Millions of mentally ill people could pass a gun background check today, because many states simply don't bother submitting mental-health records to the FBI, according to reports today in both the New York Times and Wall Street Journal. Thanks to a 1997 Supreme Court ruling, states don't have to share their records, and various costs and legal hurdles make opting out an attractive option. The vast majority of records come from just 12 states, with 19 states providing fewer than 100 records; Rhode Island has shared none.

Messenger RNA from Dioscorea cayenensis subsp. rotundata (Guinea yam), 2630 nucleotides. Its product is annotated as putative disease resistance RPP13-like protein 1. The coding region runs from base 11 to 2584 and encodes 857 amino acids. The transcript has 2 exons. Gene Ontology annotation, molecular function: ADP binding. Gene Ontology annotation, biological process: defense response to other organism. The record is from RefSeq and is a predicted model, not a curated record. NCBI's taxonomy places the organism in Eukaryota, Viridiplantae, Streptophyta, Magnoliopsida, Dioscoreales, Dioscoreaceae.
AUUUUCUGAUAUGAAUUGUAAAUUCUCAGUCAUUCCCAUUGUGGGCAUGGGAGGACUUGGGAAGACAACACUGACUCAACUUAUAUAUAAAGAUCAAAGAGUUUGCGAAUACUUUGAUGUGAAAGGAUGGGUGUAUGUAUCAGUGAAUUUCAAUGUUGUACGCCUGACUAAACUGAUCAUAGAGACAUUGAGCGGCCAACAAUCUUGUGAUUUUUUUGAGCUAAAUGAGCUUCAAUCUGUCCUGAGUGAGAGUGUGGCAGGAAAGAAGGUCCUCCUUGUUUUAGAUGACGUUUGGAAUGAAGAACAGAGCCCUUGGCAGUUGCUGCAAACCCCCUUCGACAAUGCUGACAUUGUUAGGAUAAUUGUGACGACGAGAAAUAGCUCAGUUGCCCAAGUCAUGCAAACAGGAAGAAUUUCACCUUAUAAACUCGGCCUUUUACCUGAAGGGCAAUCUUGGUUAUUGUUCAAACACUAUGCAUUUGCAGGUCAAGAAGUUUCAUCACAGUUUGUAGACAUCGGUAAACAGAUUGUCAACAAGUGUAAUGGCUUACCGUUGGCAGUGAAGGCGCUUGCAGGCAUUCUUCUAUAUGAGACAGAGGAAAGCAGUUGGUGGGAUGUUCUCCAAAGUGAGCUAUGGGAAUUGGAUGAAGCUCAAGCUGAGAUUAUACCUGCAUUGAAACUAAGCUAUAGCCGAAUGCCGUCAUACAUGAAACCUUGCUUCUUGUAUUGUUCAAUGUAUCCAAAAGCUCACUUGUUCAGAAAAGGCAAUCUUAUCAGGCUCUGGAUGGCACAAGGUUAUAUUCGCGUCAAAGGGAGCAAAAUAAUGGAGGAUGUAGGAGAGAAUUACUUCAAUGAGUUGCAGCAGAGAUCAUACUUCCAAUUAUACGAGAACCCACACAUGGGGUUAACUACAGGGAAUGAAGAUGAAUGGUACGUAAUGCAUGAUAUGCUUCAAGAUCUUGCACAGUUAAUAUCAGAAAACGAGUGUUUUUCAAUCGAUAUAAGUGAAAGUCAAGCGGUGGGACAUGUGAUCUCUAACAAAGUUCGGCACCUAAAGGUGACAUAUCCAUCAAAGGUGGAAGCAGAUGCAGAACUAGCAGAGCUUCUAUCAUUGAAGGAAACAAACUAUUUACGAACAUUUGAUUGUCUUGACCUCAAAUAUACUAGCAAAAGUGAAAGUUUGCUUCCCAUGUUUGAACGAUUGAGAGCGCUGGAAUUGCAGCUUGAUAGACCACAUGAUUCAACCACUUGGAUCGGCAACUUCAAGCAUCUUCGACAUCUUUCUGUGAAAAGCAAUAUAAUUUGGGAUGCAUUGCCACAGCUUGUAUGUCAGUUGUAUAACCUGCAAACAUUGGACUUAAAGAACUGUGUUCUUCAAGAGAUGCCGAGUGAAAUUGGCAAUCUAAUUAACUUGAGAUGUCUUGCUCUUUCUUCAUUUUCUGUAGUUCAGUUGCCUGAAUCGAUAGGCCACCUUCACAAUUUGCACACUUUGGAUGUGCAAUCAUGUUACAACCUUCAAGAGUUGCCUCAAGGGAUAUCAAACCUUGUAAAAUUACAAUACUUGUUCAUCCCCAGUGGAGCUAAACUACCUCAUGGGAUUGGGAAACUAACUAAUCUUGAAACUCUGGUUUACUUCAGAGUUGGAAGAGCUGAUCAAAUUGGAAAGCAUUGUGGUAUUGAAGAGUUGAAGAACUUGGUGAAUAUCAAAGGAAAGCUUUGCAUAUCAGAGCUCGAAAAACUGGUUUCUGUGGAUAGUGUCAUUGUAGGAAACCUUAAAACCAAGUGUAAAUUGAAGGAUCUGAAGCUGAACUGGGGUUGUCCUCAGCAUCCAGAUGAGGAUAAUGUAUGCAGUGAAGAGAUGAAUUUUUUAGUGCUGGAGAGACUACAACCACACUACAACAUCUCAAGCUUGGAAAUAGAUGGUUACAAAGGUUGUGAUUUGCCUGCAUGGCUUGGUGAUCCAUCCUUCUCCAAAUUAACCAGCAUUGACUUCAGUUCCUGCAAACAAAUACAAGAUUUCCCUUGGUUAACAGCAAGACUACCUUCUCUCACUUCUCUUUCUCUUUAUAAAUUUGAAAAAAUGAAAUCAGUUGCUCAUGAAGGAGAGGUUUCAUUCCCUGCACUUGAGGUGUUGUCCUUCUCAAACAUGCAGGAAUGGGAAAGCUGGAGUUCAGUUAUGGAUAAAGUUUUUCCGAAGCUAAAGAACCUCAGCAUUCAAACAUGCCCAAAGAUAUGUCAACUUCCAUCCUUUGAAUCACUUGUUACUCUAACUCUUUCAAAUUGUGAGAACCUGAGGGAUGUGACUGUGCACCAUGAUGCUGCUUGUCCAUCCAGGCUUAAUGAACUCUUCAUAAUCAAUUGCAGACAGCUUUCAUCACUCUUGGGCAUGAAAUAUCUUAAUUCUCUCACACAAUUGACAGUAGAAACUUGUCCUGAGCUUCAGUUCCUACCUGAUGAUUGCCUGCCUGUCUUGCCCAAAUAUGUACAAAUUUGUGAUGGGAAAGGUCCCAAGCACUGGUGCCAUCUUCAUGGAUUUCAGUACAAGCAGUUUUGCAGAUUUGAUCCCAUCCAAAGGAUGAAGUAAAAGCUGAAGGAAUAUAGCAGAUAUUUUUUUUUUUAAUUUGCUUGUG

There are gaps in the record for other prohibited buyers as well, including people with histories of drug use or domestic violence. And if an FBI background check takes longer than three days, dealers are free to make the sale, and many do. Since 2005, 22,162 guns have been sold to people later determined to be disqualified, but the underfunded ATF tracks such buyers down infrequently. "The background check system still looks like Swiss cheese," says the head of Mayors Against Illegal Guns.